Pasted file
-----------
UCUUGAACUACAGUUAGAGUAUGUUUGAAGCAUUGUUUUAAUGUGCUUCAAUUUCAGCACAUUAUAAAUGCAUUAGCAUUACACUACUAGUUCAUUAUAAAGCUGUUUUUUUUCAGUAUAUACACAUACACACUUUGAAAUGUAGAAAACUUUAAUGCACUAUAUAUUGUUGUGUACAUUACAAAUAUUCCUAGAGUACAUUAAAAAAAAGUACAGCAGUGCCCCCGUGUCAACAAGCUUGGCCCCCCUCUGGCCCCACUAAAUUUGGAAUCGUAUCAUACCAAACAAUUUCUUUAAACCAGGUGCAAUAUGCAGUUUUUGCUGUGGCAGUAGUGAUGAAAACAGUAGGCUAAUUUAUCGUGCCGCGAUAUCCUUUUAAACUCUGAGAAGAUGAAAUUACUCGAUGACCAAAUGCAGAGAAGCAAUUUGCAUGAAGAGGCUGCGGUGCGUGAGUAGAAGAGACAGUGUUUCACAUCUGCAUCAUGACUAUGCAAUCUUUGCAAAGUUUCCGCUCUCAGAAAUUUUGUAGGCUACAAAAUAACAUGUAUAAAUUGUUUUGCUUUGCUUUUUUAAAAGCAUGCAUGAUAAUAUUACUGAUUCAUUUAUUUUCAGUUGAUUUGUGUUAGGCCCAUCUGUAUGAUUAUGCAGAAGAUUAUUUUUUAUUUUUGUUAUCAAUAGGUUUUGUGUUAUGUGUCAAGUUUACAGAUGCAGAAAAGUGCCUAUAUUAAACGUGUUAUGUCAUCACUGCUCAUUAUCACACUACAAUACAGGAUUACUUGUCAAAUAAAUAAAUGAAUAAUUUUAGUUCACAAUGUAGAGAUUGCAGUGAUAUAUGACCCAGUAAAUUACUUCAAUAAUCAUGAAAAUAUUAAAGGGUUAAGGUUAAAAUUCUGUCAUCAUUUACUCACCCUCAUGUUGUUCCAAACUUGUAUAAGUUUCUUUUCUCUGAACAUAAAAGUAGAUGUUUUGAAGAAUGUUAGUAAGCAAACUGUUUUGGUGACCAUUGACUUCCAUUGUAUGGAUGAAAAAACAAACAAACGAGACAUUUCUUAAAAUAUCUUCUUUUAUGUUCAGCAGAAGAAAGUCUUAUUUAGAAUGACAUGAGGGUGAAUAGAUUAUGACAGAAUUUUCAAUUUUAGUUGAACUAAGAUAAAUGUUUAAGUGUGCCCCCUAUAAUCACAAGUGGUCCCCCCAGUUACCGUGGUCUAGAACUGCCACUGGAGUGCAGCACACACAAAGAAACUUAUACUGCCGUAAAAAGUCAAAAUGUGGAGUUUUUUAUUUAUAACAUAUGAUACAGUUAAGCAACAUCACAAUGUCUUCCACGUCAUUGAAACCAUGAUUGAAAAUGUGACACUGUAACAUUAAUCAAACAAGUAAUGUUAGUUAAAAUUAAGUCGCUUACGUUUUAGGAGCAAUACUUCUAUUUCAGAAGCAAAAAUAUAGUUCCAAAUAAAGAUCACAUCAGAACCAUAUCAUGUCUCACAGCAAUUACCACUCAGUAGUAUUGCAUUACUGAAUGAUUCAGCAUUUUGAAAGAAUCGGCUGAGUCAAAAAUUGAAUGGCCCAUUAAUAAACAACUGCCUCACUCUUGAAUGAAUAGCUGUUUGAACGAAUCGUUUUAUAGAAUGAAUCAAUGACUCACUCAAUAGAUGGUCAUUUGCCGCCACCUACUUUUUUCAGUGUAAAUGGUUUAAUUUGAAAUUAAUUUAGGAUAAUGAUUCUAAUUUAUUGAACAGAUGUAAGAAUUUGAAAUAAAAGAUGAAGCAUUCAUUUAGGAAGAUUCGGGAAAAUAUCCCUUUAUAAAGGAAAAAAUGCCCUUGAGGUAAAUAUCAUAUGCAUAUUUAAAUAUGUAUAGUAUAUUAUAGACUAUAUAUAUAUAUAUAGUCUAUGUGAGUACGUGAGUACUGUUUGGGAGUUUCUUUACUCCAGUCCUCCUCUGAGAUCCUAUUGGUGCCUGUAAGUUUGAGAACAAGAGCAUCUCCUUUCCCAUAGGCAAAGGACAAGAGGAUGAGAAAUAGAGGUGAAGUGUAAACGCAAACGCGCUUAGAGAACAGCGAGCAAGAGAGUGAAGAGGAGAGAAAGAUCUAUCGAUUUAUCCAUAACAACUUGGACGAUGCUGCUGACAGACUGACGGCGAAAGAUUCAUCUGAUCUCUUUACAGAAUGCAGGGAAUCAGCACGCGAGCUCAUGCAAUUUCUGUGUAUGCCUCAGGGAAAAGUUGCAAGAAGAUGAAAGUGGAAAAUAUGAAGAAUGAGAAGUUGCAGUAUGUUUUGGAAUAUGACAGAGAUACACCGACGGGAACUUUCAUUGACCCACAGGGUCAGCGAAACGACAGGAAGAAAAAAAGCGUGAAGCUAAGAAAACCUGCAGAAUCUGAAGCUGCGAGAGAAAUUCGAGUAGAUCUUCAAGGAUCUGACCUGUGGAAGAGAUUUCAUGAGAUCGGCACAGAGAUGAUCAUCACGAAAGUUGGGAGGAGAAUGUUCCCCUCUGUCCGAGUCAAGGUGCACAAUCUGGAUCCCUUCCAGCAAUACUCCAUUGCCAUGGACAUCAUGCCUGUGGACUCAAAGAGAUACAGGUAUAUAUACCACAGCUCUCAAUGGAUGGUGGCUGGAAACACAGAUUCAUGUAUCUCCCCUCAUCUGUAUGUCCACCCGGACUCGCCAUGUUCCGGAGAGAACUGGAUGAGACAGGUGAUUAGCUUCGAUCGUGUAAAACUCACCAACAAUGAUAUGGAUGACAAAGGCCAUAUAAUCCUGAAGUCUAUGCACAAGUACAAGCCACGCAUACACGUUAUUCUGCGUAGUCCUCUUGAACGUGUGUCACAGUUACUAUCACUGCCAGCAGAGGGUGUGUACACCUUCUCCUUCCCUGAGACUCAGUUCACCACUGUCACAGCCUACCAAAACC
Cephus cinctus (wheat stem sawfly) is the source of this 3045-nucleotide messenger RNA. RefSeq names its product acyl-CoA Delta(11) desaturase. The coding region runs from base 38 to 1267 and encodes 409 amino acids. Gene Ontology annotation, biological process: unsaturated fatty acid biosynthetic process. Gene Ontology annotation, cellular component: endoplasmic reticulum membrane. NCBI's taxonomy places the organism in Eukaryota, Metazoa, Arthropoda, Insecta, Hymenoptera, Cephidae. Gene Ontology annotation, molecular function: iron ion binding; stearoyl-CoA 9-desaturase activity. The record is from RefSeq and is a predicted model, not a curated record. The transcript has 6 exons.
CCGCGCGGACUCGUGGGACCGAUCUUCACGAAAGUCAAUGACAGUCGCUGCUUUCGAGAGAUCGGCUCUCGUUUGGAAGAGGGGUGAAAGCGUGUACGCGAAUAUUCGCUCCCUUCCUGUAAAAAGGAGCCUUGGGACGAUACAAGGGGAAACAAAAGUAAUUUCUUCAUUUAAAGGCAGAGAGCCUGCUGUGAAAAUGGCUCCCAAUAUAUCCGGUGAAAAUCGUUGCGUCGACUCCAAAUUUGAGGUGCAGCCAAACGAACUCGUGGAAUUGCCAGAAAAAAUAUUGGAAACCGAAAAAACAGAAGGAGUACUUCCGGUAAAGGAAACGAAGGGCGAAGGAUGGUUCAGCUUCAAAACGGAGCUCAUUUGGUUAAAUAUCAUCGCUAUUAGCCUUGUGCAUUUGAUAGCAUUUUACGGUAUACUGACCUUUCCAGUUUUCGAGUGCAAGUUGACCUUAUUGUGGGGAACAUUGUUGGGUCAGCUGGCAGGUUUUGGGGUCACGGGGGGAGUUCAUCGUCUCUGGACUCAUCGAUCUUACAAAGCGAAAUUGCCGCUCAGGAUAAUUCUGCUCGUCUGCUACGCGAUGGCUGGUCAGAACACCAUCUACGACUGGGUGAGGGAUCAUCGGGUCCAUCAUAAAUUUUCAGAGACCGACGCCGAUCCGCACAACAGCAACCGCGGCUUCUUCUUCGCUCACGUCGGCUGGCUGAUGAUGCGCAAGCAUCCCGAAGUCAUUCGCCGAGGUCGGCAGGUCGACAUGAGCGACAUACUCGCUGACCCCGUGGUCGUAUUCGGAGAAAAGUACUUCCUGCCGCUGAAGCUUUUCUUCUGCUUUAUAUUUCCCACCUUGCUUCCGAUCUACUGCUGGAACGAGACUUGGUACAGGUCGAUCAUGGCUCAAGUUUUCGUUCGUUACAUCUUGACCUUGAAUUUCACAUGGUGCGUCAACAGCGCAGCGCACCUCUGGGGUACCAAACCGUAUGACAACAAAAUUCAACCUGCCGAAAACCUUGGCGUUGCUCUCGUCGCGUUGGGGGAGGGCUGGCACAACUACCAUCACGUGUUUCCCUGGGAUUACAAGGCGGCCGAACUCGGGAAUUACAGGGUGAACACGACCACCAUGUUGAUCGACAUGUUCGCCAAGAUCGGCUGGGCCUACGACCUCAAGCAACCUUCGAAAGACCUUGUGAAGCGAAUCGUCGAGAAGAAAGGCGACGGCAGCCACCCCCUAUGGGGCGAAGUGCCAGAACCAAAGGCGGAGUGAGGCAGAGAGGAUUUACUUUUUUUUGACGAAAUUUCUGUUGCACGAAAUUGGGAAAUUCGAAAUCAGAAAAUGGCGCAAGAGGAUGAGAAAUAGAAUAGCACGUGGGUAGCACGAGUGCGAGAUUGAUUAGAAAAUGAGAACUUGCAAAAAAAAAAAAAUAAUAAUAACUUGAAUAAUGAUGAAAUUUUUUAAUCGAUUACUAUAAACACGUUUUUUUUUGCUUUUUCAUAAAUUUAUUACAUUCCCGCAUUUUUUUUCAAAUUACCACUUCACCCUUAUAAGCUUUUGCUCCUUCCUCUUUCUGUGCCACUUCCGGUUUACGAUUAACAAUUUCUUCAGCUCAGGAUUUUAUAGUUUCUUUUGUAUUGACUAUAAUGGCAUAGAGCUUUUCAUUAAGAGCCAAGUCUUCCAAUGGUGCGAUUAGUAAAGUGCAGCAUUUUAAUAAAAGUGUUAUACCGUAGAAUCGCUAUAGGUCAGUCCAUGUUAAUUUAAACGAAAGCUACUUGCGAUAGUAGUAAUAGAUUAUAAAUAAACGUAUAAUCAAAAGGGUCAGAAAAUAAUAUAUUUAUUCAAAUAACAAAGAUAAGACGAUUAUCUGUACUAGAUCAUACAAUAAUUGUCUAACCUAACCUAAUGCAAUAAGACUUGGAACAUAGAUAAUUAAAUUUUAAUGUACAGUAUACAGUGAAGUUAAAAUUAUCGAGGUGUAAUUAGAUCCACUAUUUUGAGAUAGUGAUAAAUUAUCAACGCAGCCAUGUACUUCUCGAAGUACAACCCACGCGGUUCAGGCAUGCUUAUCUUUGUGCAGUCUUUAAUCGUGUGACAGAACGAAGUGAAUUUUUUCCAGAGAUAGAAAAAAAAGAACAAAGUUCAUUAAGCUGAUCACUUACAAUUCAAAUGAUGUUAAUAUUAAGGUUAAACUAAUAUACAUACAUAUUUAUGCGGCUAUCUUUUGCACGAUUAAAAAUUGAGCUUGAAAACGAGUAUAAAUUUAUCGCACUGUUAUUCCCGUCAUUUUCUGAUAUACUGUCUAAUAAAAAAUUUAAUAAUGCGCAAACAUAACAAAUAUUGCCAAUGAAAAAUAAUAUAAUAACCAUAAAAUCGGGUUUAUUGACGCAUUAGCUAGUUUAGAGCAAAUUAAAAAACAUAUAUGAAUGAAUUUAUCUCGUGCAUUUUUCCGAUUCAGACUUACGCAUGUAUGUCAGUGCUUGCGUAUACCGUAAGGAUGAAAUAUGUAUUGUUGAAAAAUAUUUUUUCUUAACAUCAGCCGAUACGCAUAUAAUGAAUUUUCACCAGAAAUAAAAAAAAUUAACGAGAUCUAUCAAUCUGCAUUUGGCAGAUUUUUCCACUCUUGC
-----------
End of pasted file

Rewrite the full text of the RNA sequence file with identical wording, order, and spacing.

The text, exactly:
UCUUGAACUACAGUUAGAGUAUGUUUGAAGCAUUGUUUUAAUGUGCUUCAAUUUCAGCACAUUAUAAAUGCAUUAGCAUUACACUACUAGUUCAUUAUAAAGCUGUUUUUUUUCAGUAUAUACACAUACACACUUUGAAAUGUAGAAAACUUUAAUGCACUAUAUAUUGUUGUGUACAUUACAAAUAUUCCUAGAGUACAUUAAAAAAAAGUACAGCAGUGCCCCCGUGUCAACAAGCUUGGCCCCCCUCUGGCCCCACUAAAUUUGGAAUCGUAUCAUACCAAACAAUUUCUUUAAACCAGGUGCAAUAUGCAGUUUUUGCUGUGGCAGUAGUGAUGAAAACAGUAGGCUAAUUUAUCGUGCCGCGAUAUCCUUUUAAACUCUGAGAAGAUGAAAUUACUCGAUGACCAAAUGCAGAGAAGCAAUUUGCAUGAAGAGGCUGCGGUGCGUGAGUAGAAGAGACAGUGUUUCACAUCUGCAUCAUGACUAUGCAAUCUUUGCAAAGUUUCCGCUCUCAGAAAUUUUGUAGGCUACAAAAUAACAUGUAUAAAUUGUUUUGCUUUGCUUUUUUAAAAGCAUGCAUGAUAAUAUUACUGAUUCAUUUAUUUUCAGUUGAUUUGUGUUAGGCCCAUCUGUAUGAUUAUGCAGAAGAUUAUUUUUUAUUUUUGUUAUCAAUAGGUUUUGUGUUAUGUGUCAAGUUUACAGAUGCAGAAAAGUGCCUAUAUUAAACGUGUUAUGUCAUCACUGCUCAUUAUCACACUACAAUACAGGAUUACUUGUCAAAUAAAUAAAUGAAUAAUUUUAGUUCACAAUGUAGAGAUUGCAGUGAUAUAUGACCCAGUAAAUUACUUCAAUAAUCAUGAAAAUAUUAAAGGGUUAAGGUUAAAAUUCUGUCAUCAUUUACUCACCCUCAUGUUGUUCCAAACUUGUAUAAGUUUCUUUUCUCUGAACAUAAAAGUAGAUGUUUUGAAGAAUGUUAGUAAGCAAACUGUUUUGGUGACCAUUGACUUCCAUUGUAUGGAUGAAAAAACAAACAAACGAGACAUUUCUUAAAAUAUCUUCUUUUAUGUUCAGCAGAAGAAAGUCUUAUUUAGAAUGACAUGAGGGUGAAUAGAUUAUGACAGAAUUUUCAAUUUUAGUUGAACUAAGAUAAAUGUUUAAGUGUGCCCCCUAUAAUCACAAGUGGUCCCCCCAGUUACCGUGGUCUAGAACUGCCACUGGAGUGCAGCACACACAAAGAAACUUAUACUGCCGUAAAAAGUCAAAAUGUGGAGUUUUUUAUUUAUAACAUAUGAUACAGUUAAGCAACAUCACAAUGUCUUCCACGUCAUUGAAACCAUGAUUGAAAAUGUGACACUGUAACAUUAAUCAAACAAGUAAUGUUAGUUAAAAUUAAGUCGCUUACGUUUUAGGAGCAAUACUUCUAUUUCAGAAGCAAAAAUAUAGUUCCAAAUAAAGAUCACAUCAGAACCAUAUCAUGUCUCACAGCAAUUACCACUCAGUAGUAUUGCAUUACUGAAUGAUUCAGCAUUUUGAAAGAAUCGGCUGAGUCAAAAAUUGAAUGGCCCAUUAAUAAACAACUGCCUCACUCUUGAAUGAAUAGCUGUUUGAACGAAUCGUUUUAUAGAAUGAAUCAAUGACUCACUCAAUAGAUGGUCAUUUGCCGCCACCUACUUUUUUCAGUGUAAAUGGUUUAAUUUGAAAUUAAUUUAGGAUAAUGAUUCUAAUUUAUUGAACAGAUGUAAGAAUUUGAAAUAAAAGAUGAAGCAUUCAUUUAGGAAGAUUCGGGAAAAUAUCCCUUUAUAAAGGAAAAAAUGCCCUUGAGGUAAAUAUCAUAUGCAUAUUUAAAUAUGUAUAGUAUAUUAUAGACUAUAUAUAUAUAUAUAGUCUAUGUGAGUACGUGAGUACUGUUUGGGAGUUUCUUUACUCCAGUCCUCCUCUGAGAUCCUAUUGGUGCCUGUAAGUUUGAGAACAAGAGCAUCUCCUUUCCCAUAGGCAAAGGACAAGAGGAUGAGAAAUAGAGGUGAAGUGUAAACGCAAACGCGCUUAGAGAACAGCGAGCAAGAGAGUGAAGAGGAGAGAAAGAUCUAUCGAUUUAUCCAUAACAACUUGGACGAUGCUGCUGACAGACUGACGGCGAAAGAUUCAUCUGAUCUCUUUACAGAAUGCAGGGAAUCAGCACGCGAGCUCAUGCAAUUUCUGUGUAUGCCUCAGGGAAAAGUUGCAAGAAGAUGAAAGUGGAAAAUAUGAAGAAUGAGAAGUUGCAGUAUGUUUUGGAAUAUGACAGAGAUACACCGACGGGAACUUUCAUUGACCCACAGGGUCAGCGAAACGACAGGAAGAAAAAAAGCGUGAAGCUAAGAAAACCUGCAGAAUCUGAAGCUGCGAGAGAAAUUCGAGUAGAUCUUCAAGGAUCUGACCUGUGGAAGAGAUUUCAUGAGAUCGGCACAGAGAUGAUCAUCACGAAAGUUGGGAGGAGAAUGUUCCCCUCUGUCCGAGUCAAGGUGCACAAUCUGGAUCCCUUCCAGCAAUACUCCAUUGCCAUGGACAUCAUGCCUGUGGACUCAAAGAGAUACAGGUAUAUAUACCACAGCUCUCAAUGGAUGGUGGCUGGAAACACAGAUUCAUGUAUCUCCCCUCAUCUGUAUGUCCACCCGGACUCGCCAUGUUCCGGAGAGAACUGGAUGAGACAGGUGAUUAGCUUCGAUCGUGUAAAACUCACCAACAAUGAUAUGGAUGACAAAGGCCAUAUAAUCCUGAAGUCUAUGCACAAGUACAAGCCACGCAUACACGUUAUUCUGCGUAGUCCUCUUGAACGUGUGUCACAGUUACUAUCACUGCCAGCAGAGGGUGUGUACACCUUCUCCUUCCCUGAGACUCAGUUCACCACUGUCACAGCCUACCAAAACC
Cephus cinctus (wheat stem sawfly) is the source of this 3045-nucleotide messenger RNA. RefSeq names its product acyl-CoA Delta(11) desaturase. The coding region runs from base 38 to 1267 and encodes 409 amino acids. Gene Ontology annotation, biological process: unsaturated fatty acid biosynthetic process. Gene Ontology annotation, cellular component: endoplasmic reticulum membrane. NCBI's taxonomy places the organism in Eukaryota, Metazoa, Arthropoda, Insecta, Hymenoptera, Cephidae. Gene Ontology annotation, molecular function: iron ion binding; stearoyl-CoA 9-desaturase activity. The record is from RefSeq and is a predicted model, not a curated record. The transcript has 6 exons.
CCGCGCGGACUCGUGGGACCGAUCUUCACGAAAGUCAAUGACAGUCGCUGCUUUCGAGAGAUCGGCUCUCGUUUGGAAGAGGGGUGAAAGCGUGUACGCGAAUAUUCGCUCCCUUCCUGUAAAAAGGAGCCUUGGGACGAUACAAGGGGAAACAAAAGUAAUUUCUUCAUUUAAAGGCAGAGAGCCUGCUGUGAAAAUGGCUCCCAAUAUAUCCGGUGAAAAUCGUUGCGUCGACUCCAAAUUUGAGGUGCAGCCAAACGAACUCGUGGAAUUGCCAGAAAAAAUAUUGGAAACCGAAAAAACAGAAGGAGUACUUCCGGUAAAGGAAACGAAGGGCGAAGGAUGGUUCAGCUUCAAAACGGAGCUCAUUUGGUUAAAUAUCAUCGCUAUUAGCCUUGUGCAUUUGAUAGCAUUUUACGGUAUACUGACCUUUCCAGUUUUCGAGUGCAAGUUGACCUUAUUGUGGGGAACAUUGUUGGGUCAGCUGGCAGGUUUUGGGGUCACGGGGGGAGUUCAUCGUCUCUGGACUCAUCGAUCUUACAAAGCGAAAUUGCCGCUCAGGAUAAUUCUGCUCGUCUGCUACGCGAUGGCUGGUCAGAACACCAUCUACGACUGGGUGAGGGAUCAUCGGGUCCAUCAUAAAUUUUCAGAGACCGACGCCGAUCCGCACAACAGCAACCGCGGCUUCUUCUUCGCUCACGUCGGCUGGCUGAUGAUGCGCAAGCAUCCCGAAGUCAUUCGCCGAGGUCGGCAGGUCGACAUGAGCGACAUACUCGCUGACCCCGUGGUCGUAUUCGGAGAAAAGUACUUCCUGCCGCUGAAGCUUUUCUUCUGCUUUAUAUUUCCCACCUUGCUUCCGAUCUACUGCUGGAACGAGACUUGGUACAGGUCGAUCAUGGCUCAAGUUUUCGUUCGUUACAUCUUGACCUUGAAUUUCACAUGGUGCGUCAACAGCGCAGCGCACCUCUGGGGUACCAAACCGUAUGACAACAAAAUUCAACCUGCCGAAAACCUUGGCGUUGCUCUCGUCGCGUUGGGGGAGGGCUGGCACAACUACCAUCACGUGUUUCCCUGGGAUUACAAGGCGGCCGAACUCGGGAAUUACAGGGUGAACACGACCACCAUGUUGAUCGACAUGUUCGCCAAGAUCGGCUGGGCCUACGACCUCAAGCAACCUUCGAAAGACCUUGUGAAGCGAAUCGUCGAGAAGAAAGGCGACGGCAGCCACCCCCUAUGGGGCGAAGUGCCAGAACCAAAGGCGGAGUGAGGCAGAGAGGAUUUACUUUUUUUUGACGAAAUUUCUGUUGCACGAAAUUGGGAAAUUCGAAAUCAGAAAAUGGCGCAAGAGGAUGAGAAAUAGAAUAGCACGUGGGUAGCACGAGUGCGAGAUUGAUUAGAAAAUGAGAACUUGCAAAAAAAAAAAAAUAAUAAUAACUUGAAUAAUGAUGAAAUUUUUUAAUCGAUUACUAUAAACACGUUUUUUUUUGCUUUUUCAUAAAUUUAUUACAUUCCCGCAUUUUUUUUCAAAUUACCACUUCACCCUUAUAAGCUUUUGCUCCUUCCUCUUUCUGUGCCACUUCCGGUUUACGAUUAACAAUUUCUUCAGCUCAGGAUUUUAUAGUUUCUUUUGUAUUGACUAUAAUGGCAUAGAGCUUUUCAUUAAGAGCCAAGUCUUCCAAUGGUGCGAUUAGUAAAGUGCAGCAUUUUAAUAAAAGUGUUAUACCGUAGAAUCGCUAUAGGUCAGUCCAUGUUAAUUUAAACGAAAGCUACUUGCGAUAGUAGUAAUAGAUUAUAAAUAAACGUAUAAUCAAAAGGGUCAGAAAAUAAUAUAUUUAUUCAAAUAACAAAGAUAAGACGAUUAUCUGUACUAGAUCAUACAAUAAUUGUCUAACCUAACCUAAUGCAAUAAGACUUGGAACAUAGAUAAUUAAAUUUUAAUGUACAGUAUACAGUGAAGUUAAAAUUAUCGAGGUGUAAUUAGAUCCACUAUUUUGAGAUAGUGAUAAAUUAUCAACGCAGCCAUGUACUUCUCGAAGUACAACCCACGCGGUUCAGGCAUGCUUAUCUUUGUGCAGUCUUUAAUCGUGUGACAGAACGAAGUGAAUUUUUUCCAGAGAUAGAAAAAAAAGAACAAAGUUCAUUAAGCUGAUCACUUACAAUUCAAAUGAUGUUAAUAUUAAGGUUAAACUAAUAUACAUACAUAUUUAUGCGGCUAUCUUUUGCACGAUUAAAAAUUGAGCUUGAAAACGAGUAUAAAUUUAUCGCACUGUUAUUCCCGUCAUUUUCUGAUAUACUGUCUAAUAAAAAAUUUAAUAAUGCGCAAACAUAACAAAUAUUGCCAAUGAAAAAUAAUAUAAUAACCAUAAAAUCGGGUUUAUUGACGCAUUAGCUAGUUUAGAGCAAAUUAAAAAACAUAUAUGAAUGAAUUUAUCUCGUGCAUUUUUCCGAUUCAGACUUACGCAUGUAUGUCAGUGCUUGCGUAUACCGUAAGGAUGAAAUAUGUAUUGUUGAAAAAUAUUUUUUCUUAACAUCAGCCGAUACGCAUAUAAUGAAUUUUCACCAGAAAUAAAAAAAAUUAACGAGAUCUAUCAAUCUGCAUUUGGCAGAUUUUUCCACUCUUGC